Emergency crews rescued five California tourists from a home they were renting in Hilo after a nearby gulch overflowed and flooded the house on the Big Island.
Suzanne Demerais said a tiny waterfall and small stream were flowing near the home when she first arrived with four friends from the Los Angeles area. But the stream turned into a torrent, and the river rose rapidly over 24 hours.
Hawaii County firefighters, who were in touch with the home's owner, decided to evacuate the group before the water rose any higher. They floated the five out on their backs, Demerais said.
"It was quite an experience because we weren't planning to have a hurricane during our vacation time," Demerais said.
Elsewhere, a brushfire forced the relocation of a hurricane shelter in Lahaina on the island of Maui. Nearby residents were also being evacuated. A Maui County spokesman said it's was not clear if the fire was hurricane related.
Hurricane Lane lashed the Big Island with more than 30 inches (76 centimeters) of rain in about 24 hours. A wind gust of 67 mph (107 kph) was recorded at Kohala Ranch on the northern side of the island.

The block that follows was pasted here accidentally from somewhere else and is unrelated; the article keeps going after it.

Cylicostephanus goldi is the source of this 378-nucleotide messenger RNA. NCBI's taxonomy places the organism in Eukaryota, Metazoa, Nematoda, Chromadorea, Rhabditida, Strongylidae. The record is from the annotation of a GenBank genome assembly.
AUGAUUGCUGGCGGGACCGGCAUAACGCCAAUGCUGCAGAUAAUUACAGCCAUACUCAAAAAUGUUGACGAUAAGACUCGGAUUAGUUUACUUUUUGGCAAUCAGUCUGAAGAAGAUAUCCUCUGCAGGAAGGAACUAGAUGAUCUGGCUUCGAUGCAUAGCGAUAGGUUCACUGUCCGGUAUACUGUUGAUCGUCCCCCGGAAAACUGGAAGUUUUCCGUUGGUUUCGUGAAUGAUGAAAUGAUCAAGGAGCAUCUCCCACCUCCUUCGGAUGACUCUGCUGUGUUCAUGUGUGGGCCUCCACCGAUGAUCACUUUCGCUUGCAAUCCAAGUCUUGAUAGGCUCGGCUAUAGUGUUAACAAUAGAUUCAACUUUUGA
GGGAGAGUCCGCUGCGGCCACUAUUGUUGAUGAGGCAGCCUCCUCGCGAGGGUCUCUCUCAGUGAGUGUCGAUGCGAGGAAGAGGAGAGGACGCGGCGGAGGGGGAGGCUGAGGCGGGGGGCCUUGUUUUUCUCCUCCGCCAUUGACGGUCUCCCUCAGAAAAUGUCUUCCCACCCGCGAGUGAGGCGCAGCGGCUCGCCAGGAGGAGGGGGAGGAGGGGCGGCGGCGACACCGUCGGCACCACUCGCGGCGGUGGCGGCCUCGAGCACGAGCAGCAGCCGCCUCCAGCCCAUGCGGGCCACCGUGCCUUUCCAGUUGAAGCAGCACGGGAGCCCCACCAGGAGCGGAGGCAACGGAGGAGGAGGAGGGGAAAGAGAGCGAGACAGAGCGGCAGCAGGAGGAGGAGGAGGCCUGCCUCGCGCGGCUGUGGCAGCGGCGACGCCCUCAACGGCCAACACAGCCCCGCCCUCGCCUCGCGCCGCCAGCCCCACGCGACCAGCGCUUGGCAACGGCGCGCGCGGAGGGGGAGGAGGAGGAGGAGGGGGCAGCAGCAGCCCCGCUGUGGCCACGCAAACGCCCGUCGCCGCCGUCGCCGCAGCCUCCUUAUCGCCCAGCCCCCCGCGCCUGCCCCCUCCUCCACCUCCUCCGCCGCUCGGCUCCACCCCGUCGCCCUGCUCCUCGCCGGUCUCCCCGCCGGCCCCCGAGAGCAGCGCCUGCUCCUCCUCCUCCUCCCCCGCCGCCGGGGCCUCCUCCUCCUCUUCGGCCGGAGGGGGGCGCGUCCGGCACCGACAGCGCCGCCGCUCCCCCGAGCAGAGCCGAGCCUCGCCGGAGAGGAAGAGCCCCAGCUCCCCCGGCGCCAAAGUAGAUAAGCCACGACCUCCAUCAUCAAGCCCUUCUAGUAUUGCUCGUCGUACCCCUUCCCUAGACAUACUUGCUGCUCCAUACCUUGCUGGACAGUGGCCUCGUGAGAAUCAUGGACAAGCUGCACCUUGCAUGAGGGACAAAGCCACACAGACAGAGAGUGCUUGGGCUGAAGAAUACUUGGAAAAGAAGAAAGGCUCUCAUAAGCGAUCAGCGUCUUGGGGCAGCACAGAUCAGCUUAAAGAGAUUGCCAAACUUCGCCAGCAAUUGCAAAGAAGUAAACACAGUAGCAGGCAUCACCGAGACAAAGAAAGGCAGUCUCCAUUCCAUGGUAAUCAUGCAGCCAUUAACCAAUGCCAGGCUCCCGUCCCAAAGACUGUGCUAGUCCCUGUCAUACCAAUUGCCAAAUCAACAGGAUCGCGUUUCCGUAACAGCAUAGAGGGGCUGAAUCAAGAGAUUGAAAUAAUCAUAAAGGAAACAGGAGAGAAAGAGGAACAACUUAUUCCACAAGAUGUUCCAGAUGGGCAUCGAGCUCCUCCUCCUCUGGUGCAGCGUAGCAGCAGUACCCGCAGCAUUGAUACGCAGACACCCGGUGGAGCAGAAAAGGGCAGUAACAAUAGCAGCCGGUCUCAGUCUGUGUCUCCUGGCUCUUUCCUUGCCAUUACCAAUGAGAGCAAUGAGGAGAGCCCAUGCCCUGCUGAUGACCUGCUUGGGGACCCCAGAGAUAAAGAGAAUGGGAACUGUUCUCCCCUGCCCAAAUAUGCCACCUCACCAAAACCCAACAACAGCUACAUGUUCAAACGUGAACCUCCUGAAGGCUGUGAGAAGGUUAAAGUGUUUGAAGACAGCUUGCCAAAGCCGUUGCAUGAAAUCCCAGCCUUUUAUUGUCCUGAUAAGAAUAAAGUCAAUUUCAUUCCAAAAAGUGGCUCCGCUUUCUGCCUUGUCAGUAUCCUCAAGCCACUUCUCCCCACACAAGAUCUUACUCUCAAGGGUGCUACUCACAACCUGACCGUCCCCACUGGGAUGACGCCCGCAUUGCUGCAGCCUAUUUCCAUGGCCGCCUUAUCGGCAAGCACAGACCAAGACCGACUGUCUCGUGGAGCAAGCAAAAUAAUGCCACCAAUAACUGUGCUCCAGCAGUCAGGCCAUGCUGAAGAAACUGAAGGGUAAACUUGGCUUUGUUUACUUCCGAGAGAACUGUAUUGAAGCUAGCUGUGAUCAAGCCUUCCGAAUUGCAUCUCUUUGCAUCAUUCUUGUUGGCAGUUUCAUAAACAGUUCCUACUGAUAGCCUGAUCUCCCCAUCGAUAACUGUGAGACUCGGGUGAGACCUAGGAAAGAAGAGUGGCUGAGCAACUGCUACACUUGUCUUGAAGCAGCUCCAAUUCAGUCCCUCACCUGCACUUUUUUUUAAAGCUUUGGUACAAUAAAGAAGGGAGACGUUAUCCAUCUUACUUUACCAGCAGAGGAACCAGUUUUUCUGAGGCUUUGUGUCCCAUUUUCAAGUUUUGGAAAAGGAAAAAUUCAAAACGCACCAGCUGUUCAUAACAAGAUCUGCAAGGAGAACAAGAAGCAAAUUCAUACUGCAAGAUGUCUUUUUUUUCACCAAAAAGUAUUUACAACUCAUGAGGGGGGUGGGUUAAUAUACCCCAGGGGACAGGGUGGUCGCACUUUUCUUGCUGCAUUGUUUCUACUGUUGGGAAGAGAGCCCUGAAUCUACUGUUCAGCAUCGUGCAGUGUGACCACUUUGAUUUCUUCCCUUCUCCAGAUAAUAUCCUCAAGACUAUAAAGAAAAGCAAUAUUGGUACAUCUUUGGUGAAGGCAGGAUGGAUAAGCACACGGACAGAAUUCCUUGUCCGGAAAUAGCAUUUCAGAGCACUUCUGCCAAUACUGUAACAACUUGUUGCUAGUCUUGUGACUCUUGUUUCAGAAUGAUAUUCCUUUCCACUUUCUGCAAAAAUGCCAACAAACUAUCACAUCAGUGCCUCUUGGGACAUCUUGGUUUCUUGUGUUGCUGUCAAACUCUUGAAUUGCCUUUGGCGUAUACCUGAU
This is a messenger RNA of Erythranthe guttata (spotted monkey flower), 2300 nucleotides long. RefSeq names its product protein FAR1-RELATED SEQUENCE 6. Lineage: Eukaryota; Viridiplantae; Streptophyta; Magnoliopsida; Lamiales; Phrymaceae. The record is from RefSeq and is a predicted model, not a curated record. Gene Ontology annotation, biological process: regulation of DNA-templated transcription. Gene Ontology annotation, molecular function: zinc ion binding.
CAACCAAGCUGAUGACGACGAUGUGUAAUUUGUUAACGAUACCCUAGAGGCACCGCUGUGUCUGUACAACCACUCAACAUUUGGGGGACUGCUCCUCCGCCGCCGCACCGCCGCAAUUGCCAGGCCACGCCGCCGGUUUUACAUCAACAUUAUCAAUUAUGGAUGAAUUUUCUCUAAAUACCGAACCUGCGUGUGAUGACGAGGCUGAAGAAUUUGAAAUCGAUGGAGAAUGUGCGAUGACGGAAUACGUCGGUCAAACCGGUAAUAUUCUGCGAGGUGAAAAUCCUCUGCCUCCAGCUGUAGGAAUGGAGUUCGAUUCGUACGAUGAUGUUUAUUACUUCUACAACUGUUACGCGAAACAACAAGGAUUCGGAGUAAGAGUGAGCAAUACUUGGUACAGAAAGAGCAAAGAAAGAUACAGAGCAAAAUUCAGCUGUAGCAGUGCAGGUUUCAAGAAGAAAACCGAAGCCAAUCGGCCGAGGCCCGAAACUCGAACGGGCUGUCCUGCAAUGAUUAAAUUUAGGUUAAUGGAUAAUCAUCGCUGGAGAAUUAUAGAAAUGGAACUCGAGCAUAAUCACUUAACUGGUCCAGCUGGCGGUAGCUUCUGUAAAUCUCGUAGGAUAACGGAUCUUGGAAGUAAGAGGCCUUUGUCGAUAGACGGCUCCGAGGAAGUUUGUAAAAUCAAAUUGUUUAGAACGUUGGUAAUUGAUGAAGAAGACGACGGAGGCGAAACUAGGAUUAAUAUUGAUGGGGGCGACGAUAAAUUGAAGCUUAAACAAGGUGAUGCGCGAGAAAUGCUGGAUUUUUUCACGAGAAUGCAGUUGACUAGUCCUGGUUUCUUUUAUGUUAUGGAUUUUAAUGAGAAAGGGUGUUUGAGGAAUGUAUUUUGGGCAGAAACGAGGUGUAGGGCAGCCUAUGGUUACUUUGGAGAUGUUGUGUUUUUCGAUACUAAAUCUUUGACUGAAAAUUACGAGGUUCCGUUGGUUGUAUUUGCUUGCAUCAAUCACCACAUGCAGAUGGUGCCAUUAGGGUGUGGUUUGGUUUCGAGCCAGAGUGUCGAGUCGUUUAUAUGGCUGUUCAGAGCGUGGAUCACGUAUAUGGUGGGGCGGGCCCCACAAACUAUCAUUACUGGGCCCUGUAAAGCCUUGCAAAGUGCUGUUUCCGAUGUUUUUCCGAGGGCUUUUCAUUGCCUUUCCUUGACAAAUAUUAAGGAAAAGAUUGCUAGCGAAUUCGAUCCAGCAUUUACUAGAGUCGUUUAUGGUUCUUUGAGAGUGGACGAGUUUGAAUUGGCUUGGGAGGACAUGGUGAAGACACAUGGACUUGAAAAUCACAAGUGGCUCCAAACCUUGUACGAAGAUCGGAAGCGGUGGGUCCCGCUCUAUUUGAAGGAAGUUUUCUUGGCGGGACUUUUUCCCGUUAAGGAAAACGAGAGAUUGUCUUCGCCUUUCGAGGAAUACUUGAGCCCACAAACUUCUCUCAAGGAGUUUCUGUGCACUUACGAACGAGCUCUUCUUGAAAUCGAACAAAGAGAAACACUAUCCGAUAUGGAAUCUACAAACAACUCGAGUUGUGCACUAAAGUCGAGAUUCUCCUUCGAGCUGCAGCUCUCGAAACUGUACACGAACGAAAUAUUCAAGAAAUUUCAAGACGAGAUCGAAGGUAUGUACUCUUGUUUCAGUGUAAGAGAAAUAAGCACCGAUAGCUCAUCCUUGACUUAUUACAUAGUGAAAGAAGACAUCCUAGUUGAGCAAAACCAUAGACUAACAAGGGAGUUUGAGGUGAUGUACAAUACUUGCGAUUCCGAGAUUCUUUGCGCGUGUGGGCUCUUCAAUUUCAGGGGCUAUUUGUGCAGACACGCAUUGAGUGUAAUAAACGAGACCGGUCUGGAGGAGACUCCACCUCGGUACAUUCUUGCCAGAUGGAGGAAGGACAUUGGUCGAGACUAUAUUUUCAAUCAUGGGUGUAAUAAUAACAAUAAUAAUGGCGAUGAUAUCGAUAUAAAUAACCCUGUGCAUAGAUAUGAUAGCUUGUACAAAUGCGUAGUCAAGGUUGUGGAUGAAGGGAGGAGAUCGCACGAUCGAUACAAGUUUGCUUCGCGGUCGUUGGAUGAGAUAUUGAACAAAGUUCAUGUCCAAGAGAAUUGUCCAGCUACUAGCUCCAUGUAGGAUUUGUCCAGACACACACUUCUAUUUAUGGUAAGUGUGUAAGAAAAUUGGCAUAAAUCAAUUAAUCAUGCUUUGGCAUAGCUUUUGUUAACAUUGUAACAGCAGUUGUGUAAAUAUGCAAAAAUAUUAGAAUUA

About 200 miles (320 kilometers) north of Hilo, on the state's most populated island of Oahu, employees of the Sheraton Waikiki resort filled sandbags to protect the oceanfront hotel from surging surf.
Stores along Waikiki's glitzy Kalakaua Avenue stacked sandbags along the bottom of their glass windows to prepare for flash flooding.
Police on loudspeakers told surfers and swimmers to get out of the water, saying the beach would be closed until further notice.
The Marriott Resort Waikiki Beach in Honolulu designated a ballroom on the third floor as a shelter for guests and began removing lounge chairs from around the pool and bar area.
At the Hilton Hawaiian Village, guest Elisabeth Brinson said hotel staff left a notice that rooms will still have water and phone service, and a backup generator would power one elevator per building in the event of an electrical outage.